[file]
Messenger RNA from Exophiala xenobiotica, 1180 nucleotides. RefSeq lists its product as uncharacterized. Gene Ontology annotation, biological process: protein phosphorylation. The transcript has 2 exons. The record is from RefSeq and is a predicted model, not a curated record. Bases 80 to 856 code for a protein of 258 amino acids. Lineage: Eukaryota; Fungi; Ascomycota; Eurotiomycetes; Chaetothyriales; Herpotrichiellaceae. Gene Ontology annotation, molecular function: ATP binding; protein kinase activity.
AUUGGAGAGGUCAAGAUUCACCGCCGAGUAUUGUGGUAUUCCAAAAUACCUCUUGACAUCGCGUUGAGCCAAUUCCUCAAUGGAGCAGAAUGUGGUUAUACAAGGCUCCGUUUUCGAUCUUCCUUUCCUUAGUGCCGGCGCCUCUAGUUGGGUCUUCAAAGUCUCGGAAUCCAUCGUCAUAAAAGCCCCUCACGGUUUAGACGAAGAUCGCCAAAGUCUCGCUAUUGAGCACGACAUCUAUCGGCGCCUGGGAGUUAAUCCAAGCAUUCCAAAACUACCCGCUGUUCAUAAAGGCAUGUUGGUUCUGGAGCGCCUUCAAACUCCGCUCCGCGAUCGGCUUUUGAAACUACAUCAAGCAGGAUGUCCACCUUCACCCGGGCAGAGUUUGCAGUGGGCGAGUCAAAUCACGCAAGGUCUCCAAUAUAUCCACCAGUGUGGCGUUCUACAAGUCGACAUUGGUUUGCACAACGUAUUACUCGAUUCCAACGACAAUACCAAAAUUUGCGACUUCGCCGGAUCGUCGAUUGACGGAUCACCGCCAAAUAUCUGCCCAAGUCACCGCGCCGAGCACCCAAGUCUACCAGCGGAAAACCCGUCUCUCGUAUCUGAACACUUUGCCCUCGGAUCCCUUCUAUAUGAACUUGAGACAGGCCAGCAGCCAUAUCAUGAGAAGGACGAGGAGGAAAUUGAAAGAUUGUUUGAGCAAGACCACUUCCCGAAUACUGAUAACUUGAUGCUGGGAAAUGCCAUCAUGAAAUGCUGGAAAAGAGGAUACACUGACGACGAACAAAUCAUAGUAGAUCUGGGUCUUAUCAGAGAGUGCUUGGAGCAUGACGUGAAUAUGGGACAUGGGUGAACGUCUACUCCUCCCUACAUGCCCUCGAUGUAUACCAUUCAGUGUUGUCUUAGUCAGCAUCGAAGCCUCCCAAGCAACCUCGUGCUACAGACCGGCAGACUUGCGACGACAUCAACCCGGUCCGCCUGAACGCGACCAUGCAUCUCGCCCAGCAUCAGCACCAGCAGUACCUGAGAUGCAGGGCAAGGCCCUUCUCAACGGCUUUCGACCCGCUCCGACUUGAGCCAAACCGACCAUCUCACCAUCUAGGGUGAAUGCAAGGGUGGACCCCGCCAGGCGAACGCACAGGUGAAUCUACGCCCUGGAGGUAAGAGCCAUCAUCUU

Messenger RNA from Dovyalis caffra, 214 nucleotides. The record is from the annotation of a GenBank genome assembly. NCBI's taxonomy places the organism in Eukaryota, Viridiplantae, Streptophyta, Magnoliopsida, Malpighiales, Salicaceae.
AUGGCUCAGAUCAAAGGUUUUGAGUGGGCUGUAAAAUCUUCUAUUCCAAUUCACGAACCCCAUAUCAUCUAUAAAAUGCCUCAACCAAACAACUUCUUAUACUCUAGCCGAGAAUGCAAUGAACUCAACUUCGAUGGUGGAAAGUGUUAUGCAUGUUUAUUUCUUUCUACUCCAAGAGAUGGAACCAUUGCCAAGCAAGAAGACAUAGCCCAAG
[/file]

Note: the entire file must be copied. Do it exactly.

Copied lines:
Messenger RNA from Exophiala xenobiotica, 1180 nucleotides. RefSeq lists its product as uncharacterized. Gene Ontology annotation, biological process: protein phosphorylation. The transcript has 2 exons. The record is from RefSeq and is a predicted model, not a curated record. Bases 80 to 856 code for a protein of 258 amino acids. Lineage: Eukaryota; Fungi; Ascomycota; Eurotiomycetes; Chaetothyriales; Herpotrichiellaceae. Gene Ontology annotation, molecular function: ATP binding; protein kinase activity.
AUUGGAGAGGUCAAGAUUCACCGCCGAGUAUUGUGGUAUUCCAAAAUACCUCUUGACAUCGCGUUGAGCCAAUUCCUCAAUGGAGCAGAAUGUGGUUAUACAAGGCUCCGUUUUCGAUCUUCCUUUCCUUAGUGCCGGCGCCUCUAGUUGGGUCUUCAAAGUCUCGGAAUCCAUCGUCAUAAAAGCCCCUCACGGUUUAGACGAAGAUCGCCAAAGUCUCGCUAUUGAGCACGACAUCUAUCGGCGCCUGGGAGUUAAUCCAAGCAUUCCAAAACUACCCGCUGUUCAUAAAGGCAUGUUGGUUCUGGAGCGCCUUCAAACUCCGCUCCGCGAUCGGCUUUUGAAACUACAUCAAGCAGGAUGUCCACCUUCACCCGGGCAGAGUUUGCAGUGGGCGAGUCAAAUCACGCAAGGUCUCCAAUAUAUCCACCAGUGUGGCGUUCUACAAGUCGACAUUGGUUUGCACAACGUAUUACUCGAUUCCAACGACAAUACCAAAAUUUGCGACUUCGCCGGAUCGUCGAUUGACGGAUCACCGCCAAAUAUCUGCCCAAGUCACCGCGCCGAGCACCCAAGUCUACCAGCGGAAAACCCGUCUCUCGUAUCUGAACACUUUGCCCUCGGAUCCCUUCUAUAUGAACUUGAGACAGGCCAGCAGCCAUAUCAUGAGAAGGACGAGGAGGAAAUUGAAAGAUUGUUUGAGCAAGACCACUUCCCGAAUACUGAUAACUUGAUGCUGGGAAAUGCCAUCAUGAAAUGCUGGAAAAGAGGAUACACUGACGACGAACAAAUCAUAGUAGAUCUGGGUCUUAUCAGAGAGUGCUUGGAGCAUGACGUGAAUAUGGGACAUGGGUGAACGUCUACUCCUCCCUACAUGCCCUCGAUGUAUACCAUUCAGUGUUGUCUUAGUCAGCAUCGAAGCCUCCCAAGCAACCUCGUGCUACAGACCGGCAGACUUGCGACGACAUCAACCCGGUCCGCCUGAACGCGACCAUGCAUCUCGCCCAGCAUCAGCACCAGCAGUACCUGAGAUGCAGGGCAAGGCCCUUCUCAACGGCUUUCGACCCGCUCCGACUUGAGCCAAACCGACCAUCUCACCAUCUAGGGUGAAUGCAAGGGUGGACCCCGCCAGGCGAACGCACAGGUGAAUCUACGCCCUGGAGGUAAGAGCCAUCAUCUU

Messenger RNA from Dovyalis caffra, 214 nucleotides. The record is from the annotation of a GenBank genome assembly. NCBI's taxonomy places the organism in Eukaryota, Viridiplantae, Streptophyta, Magnoliopsida, Malpighiales, Salicaceae.
AUGGCUCAGAUCAAAGGUUUUGAGUGGGCUGUAAAAUCUUCUAUUCCAAUUCACGAACCCCAUAUCAUCUAUAAAAUGCCUCAACCAAACAACUUCUUAUACUCUAGCCGAGAAUGCAAUGAACUCAACUUCGAUGGUGGAAAGUGUUAUGCAUGUUUAUUUCUUUCUACUCCAAGAGAUGGAACCAUUGCCAAGCAAGAAGACAUAGCCCAAG